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organizations. so huge focus on culture as well. >> yeah, it's a complicated, complicated puzzle you're describing, and i know you like to solve puzzles. >> i do. >> it makes perfect sense. listening to you talk, just reflect on the jcdc and the last letter c is collaborative. and it's inside, outside, it's industry. it's public, it's private. it takes a community to collaborate, to sort of move the agenda forward with respect to improving the nation's cybersecurity, so kudos for that. >> thank you. >> the theme of the capital cybersecurity summit is bridging the gap between policy and practice. can you tell us a little bit more about the jcdc that was announced recently in april? >> yeah. >> and just tell us what cisa is doing to kind of take that forward. >> yeah. you know, i would love to. it's great to think about how do you -- because there's good
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policy out there. i was in the white house for two tours, and that's really the center of gravity for policy. but at the end of the day, you have to figure out how to actually operationalize that policy, and being at the cutting edge, being at the operational lead for a lot of things in the cybersecurity world is really fun to do that. it is super fun. so jcdc, where did that come from? it was a fantastic idea. i think it first was envisioned by the niac, the national information advisory council that you're probably aware of, matt, and then it was picked up by the cyberspace solarium commission. i can't say enough good things about a solarium commission as a red teamer for it. at the end of the day, there are a lot of commissions out there that government does, but very few have actually been able to come up with recommendations that found their way into law. >> right. >> and certainly, this one did. and to be honest, cisa, before i was even nominated, benefitted a
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lot from what was in the ndaa. one of those things was the jcpo. the joint cyber planning office. and the idea behind this is really bringing people together from the government and from fr the government and from the private sector to plan proactively against major threats to the nation. but if you look at the legislation it is much more than planning. creating a common picture, planning, exercising and then implementing cyber defense plans. so when i came on board, you know, being a retired military officer and somebody who's done a lot of planning in my life, i just thought this was a fabulous opportunity do something early on to really be that signal on both, we're going to be proactive, not reactive. >> right. >> and we're gonna be that agency that is not another lumbering government bureaucracy but something that is much more akin to the private sector. this idea of a private/public collaborative.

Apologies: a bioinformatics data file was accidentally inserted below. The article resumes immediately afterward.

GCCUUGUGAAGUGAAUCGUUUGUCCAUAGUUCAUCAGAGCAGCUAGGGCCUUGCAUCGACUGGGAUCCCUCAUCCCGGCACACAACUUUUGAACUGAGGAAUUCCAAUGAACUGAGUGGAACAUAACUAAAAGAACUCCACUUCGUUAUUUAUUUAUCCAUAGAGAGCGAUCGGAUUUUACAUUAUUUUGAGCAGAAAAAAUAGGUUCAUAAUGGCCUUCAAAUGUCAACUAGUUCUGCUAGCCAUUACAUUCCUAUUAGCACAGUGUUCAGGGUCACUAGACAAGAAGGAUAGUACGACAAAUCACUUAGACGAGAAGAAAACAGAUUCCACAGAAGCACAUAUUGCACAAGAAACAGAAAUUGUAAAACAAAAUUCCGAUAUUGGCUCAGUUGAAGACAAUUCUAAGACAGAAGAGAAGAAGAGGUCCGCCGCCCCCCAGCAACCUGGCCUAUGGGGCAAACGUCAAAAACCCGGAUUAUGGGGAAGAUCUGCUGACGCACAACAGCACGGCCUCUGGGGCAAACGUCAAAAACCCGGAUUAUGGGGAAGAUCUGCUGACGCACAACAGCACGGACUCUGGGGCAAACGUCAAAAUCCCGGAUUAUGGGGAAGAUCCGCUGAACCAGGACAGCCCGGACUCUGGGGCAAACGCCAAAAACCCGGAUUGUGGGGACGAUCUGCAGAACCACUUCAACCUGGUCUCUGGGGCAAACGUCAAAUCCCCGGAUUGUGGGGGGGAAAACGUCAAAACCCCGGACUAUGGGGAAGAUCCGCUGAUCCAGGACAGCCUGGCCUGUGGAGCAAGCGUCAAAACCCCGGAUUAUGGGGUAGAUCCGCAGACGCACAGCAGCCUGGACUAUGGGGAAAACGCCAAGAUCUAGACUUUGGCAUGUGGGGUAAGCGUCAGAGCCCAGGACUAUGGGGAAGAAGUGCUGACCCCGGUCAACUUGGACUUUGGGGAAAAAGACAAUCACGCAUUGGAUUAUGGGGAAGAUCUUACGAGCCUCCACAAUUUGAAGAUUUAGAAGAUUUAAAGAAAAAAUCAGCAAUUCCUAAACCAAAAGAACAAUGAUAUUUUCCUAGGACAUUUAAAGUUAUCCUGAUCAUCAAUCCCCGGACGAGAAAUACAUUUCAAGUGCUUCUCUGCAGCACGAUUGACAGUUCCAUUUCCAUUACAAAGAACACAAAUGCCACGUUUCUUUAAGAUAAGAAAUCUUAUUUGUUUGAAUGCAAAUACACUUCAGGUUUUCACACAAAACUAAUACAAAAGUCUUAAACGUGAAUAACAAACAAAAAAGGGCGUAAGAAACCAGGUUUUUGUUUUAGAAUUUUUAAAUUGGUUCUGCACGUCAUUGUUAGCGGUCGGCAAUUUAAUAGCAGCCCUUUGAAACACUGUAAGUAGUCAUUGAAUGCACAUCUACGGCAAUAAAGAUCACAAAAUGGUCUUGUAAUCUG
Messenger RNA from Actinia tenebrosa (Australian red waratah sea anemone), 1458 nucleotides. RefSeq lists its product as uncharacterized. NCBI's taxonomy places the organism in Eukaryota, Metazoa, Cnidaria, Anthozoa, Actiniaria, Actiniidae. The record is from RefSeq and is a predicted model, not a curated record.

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so you know, i point to two unique things. people always ask well how is this different. so one, it is the only federal cyber entity in statute, in law, that combines the power of the federal government. so by statute you have cisa, nsa, fbi, cyber com, dod, doj. all of those agencies that bring the full force of the u.s. government when you are thinking ab cyber defense operations. and the magic and ingenuity and creativity of the private sector to come together to create that common operating picture to solve the visibility issue. to be able to plan and exercise against the most serious threats and then to implement those plans. and the second thing is, you know, cisa has a super power, it is our very expansive information sharing authorities. so where some agencies can share bilaterally, we can share many to many. so we've already brought in more than 15 partners.
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our alliance partners. csps, isps and cyber security vendors again to solve that visibility issue. but by have been able to use that to benefit of all of our partners, as we're able to get information that is seen globally on other infrastructure and then share that with other partners and probably saw the joint seal we did the other day with our teammates at fbi and nas on black matter. that was enriched by some of our jcdc partners. so i am really hopeful that this paradigm shift in mission from just plain old partnership to true operational collaboration from information sharing to true information enabling. >> yeah. >> i think we can seize this moment in time to make a substantive material difference for the nation. >> yeah, i mean, as the organizing committee for this year's event, we were sort of getting our thoughts collected. there is a lot going on, you know, on the government side, the policy side. there is a lot going on in the